Using Options to Capitalize on Earnings Announcements

01/20/2011 3:03 am EST

Focus: OPTIONS

By J.W. Jones of OptionsTradingSignals.com

The following strategy is a bit advanced, and beginner option traders will want to read this several times before implementing it. I would also recommend “paper trading” this strategy prior to trading real dollars in an account.

Let’s get started. IBM reported earnings after the closing bell on Tuesday, January 18. Let’s look back on how options could have been used to trade that news. For traders maintaining a position in common stock during earnings releases, the frequent price gyrations can result in uncomfortable moments. A strategy called a “double calendar spread” can help smooth out those ups and downs in your account.

Earnings releases for the options trader do not force us to take a position in which we must correctly predict the direction of price action stemming from the earnings release. By exploiting the typical changes in option pricing that reliably and reproducibly occur as the earnings announcement approaches, it is possible to establish a broad potential range of profitability that extends for a considerable distance both above and below the current price of the underlying.

The core point of understanding is to recognize that implied volatility (IV) increases in the series of options that will expire after the impact of earnings has been reflected in the price of the stock. Using the standard option pricing models, IV is directly correlated with option prices being “rich” or “lean.” In the specific case under consideration, IBM monthly options will expire this Friday, January 21. A further predictable characteristic of this IV increase is that this juiced IV will drop substantially and rapidly following the release of the earnings and the reaction of price of the stock to this event.

Armed with this knowledge of the characteristic behavior of IV, let us consider a trade to exploit this predicted sequence of events. The trade structure we will use is that of the “double calendar spread.” This spread is established by selling the front-month options with the juiced IV and buying longer-dated options with lower IV. The fundamental rationale for this trade is that we are going to sell “rich” option premium and buy normally priced premium.

As a first step, consider this option pricing matrix for IBM the day prior to the announcement (IV is labeled MIV in this proprietary software):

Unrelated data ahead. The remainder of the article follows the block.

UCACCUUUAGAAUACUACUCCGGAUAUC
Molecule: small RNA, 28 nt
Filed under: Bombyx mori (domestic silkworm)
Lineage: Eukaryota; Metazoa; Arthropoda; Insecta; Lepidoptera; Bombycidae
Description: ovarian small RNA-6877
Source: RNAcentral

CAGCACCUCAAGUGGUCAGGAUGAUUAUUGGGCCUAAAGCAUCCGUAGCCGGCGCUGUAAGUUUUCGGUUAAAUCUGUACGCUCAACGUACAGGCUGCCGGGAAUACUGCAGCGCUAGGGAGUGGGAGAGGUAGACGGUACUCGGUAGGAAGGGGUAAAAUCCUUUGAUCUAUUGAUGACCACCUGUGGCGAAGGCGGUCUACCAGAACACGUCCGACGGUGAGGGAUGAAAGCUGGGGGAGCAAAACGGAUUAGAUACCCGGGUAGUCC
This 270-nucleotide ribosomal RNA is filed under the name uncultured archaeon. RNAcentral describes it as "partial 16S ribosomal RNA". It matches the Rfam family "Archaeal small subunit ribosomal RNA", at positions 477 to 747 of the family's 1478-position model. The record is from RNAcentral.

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As highlighted by the ellipses and horizontal arrows, it is clear that the predicted increase in IV had occurred and there was a “horizontal volatility skew.” Horizontal skew refers to the situation where at a given strike price, IV will either increase or decrease as the expiration month moves forward into the future. A forward horizontal skew occurs when volatilities increase from near to far months. A reverse horizontal skew occurs when volatilities decrease from near to far months.


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Intuitively, you would think that volatility increases as the expiration moves into the future because of increased uncertainty, and most options do. However, reverse horizontal skew can and often does occur during news events such as earnings announcements. In cases such as these, many options will actually trade with a combination of forward and reverse skew similar to that of the vertical skew's volatility smile. This is because options that expire far in the future will always tend to trade with higher IVs than shorter-term options, regardless of events happening in the near term.

MORE: The Next Step in Analyzing This Trade

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The next step in understanding this trade is to check to be sure the historic range of volatilities that are typical for this underlying. Below is an embedded daily chart of the implied volatility. When considered together with the first chart of current pricing, it is clear that we are selling rich premium and buying more normally priced premium.


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With this understanding, we can now consider the performance graph of this double calendar trade. It is constructed with four individual legs, which are executed by buying two individual calendar spreads. It should not be executed in four individual trades. The specific trades are to sell the January 155 calls, buy the February 155 calls, sell the January 145 puts, and buy the February 155 puts. The expected performance graph is embedded below:


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As can be seen from the graph, the trade has breakeven points of 139.98 to 159.30. The magnitude of the predicted move can be gauged from the price of the at-the-money option straddle. That analysis gives a range of 145.90 to 154.10, price values well within the profitable zone of the trade.

What are our points of risk on the trade? Risk comes from two sources in a trade such as this: Price and IV. If price exceeds our breakeven points, the trade will be unsuccessful. If IV of the long legs collapses more than projected, the trade will produce losses. Risk is crisply limited to the amount paid for the trade; you cannot lose more than the capital invested.

This is an example of a controlled risk trade seeking to capitalize on well-recognized relationships between an earnings release and option pricing. This is not a “gimme” trade, but represents a reasonable risk/reward situation. As with all trades, it is presented for educational purposes only and does not constitute a recommendation.

By J.W. Jones of OptionsTradingSignals.com

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